Santa came early to Glenealy!
By Tommy Glynn
Who remembers December the first in 1957 when the young hurlers of Glenealy ran on to the green sod in Ashford to take on well fancied Avondale in the Senior hurling championship final? Avondale had won on many occasions, but Glenealy were going for their first. But that was the year that Santa came early to Glenealy, because that evening, amidst wild excitement, captain Bob Douglas carried home the first Senior Cup to the little village under Carrig Hill. The ground was packed to capacity and the atmosphere was electric when referee Rosengrave from Dublin threw in the ball. Everyone that could lift a leg was there from Glenealy and early on we noticed Sadie and Kathleen Douglas, Jim McCall, Kitty Richardson, Dolly O'Neill and Harry Meridith, and hosts of local fans roaring their heads off as the lads from Kilcandra, Ballyfree and Drumdangan roared into attack.
The play flowed from end to end in the opening quarter and Glenealy were holding their own. Larry Staines was superb in the Glenealy goal saving shots from all angles, while in front, the man of steel, Paul Kelly, was like a stone wall. There was a battle royal at midfield where Bob Douglas and Sean Kennedy were having a great battle with the Avondale pair, Tom Shanley and Shay Doyle. The first big cheer came from the Glenealy fans when the former All-Ireland star, Sean Kennedy sent the ball over the bar, but Avondale countered quickly with a similar score from McEvoy. The pace was a cracker and we wondered who was going to crack first. Soon it was half-time and the Glen fans heard the bad news — Bob Douglas, a hero of the first half, was unable to continue due to an injury.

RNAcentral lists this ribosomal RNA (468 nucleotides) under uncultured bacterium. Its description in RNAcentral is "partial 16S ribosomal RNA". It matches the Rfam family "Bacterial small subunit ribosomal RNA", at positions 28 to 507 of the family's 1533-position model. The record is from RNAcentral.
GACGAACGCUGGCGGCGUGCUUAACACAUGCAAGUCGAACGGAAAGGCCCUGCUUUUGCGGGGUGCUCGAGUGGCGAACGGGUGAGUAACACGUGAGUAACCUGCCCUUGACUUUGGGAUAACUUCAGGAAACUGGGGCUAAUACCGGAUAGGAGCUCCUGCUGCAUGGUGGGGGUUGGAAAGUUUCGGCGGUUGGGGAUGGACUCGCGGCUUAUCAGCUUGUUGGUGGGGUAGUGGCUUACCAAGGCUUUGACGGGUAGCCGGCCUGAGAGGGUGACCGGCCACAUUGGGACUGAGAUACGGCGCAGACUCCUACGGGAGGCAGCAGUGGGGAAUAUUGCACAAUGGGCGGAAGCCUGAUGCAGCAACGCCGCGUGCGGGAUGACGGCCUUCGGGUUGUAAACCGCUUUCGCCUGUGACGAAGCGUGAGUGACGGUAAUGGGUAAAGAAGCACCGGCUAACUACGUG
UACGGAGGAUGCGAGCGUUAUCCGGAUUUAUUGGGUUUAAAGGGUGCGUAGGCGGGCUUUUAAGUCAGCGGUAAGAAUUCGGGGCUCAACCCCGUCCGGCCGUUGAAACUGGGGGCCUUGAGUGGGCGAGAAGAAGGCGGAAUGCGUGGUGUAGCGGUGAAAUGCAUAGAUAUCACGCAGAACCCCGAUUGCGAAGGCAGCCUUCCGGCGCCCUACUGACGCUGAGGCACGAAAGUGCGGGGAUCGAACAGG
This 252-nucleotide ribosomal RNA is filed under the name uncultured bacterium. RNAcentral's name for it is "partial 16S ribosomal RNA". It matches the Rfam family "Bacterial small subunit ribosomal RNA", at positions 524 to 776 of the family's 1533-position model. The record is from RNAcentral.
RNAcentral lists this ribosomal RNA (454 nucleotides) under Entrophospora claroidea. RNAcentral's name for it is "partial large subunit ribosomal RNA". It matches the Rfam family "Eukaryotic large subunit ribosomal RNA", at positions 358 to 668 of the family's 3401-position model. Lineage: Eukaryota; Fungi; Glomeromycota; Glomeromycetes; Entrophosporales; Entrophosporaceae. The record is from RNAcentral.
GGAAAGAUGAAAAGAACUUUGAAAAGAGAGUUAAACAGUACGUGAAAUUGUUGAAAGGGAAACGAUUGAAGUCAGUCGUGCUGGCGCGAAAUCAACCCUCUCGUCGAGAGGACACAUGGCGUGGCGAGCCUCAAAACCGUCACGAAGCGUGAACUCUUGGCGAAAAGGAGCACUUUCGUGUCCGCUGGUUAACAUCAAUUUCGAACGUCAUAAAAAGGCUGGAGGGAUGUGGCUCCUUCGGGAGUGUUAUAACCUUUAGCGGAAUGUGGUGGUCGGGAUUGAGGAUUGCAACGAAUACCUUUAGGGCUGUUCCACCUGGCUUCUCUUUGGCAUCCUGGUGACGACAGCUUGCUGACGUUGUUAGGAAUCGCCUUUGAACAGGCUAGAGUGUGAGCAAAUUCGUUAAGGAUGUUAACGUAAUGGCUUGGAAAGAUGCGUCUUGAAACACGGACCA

It is rumoured that Jack O'Neill broke two hurleys at half-time driving home his pep talk! Whatever he said it worked like a dream because on the restart Glenealy were dominant. Sean Kennedy started to play like a man inspired and the forwards cantered through the Avondale defence. Charlie Byrne levelled the scores with a great point. Peter Kavanagh hit a rasper to the Avondale net and Kennedy set up Noel Quinn for a repeat performance three minutes later. Now the Glenealy choir led by the Douglas sisters was in full song. The dream of a lifetime seemed to be on and old-timers talked of days that might have been.
But suddenly the singing waned - - there was a massed attack in the Glenealy goalmouth and Steadman got the vital touch and Avondale were back in business. Now we wondered would it be the old story — so near and yet so far! Would Avondale take over in the last ten minutes? Would our defence be overcome? No, this was Glenealy's day! Three times Jack Hamilton in the Avondale goal had to show his skill in dealing with shots from Tom Cooney, Billy Luddy and Paudge Byrne. But he couldn't stop them all and when Mai Byrne broke through and hit the net like a rocket the cheering could be heard half-way to Rathdrum.
The celebrations were already in full swing on the sideline and though Ned Walsh scored a late Avondale goal it didn't cause a ripple for the egg-timer was out of sand and Rosengrave's final whistle was the signal for celebrations that were to last for a fortnight and are still remembered from Ballykillavane to Kilnamanagh.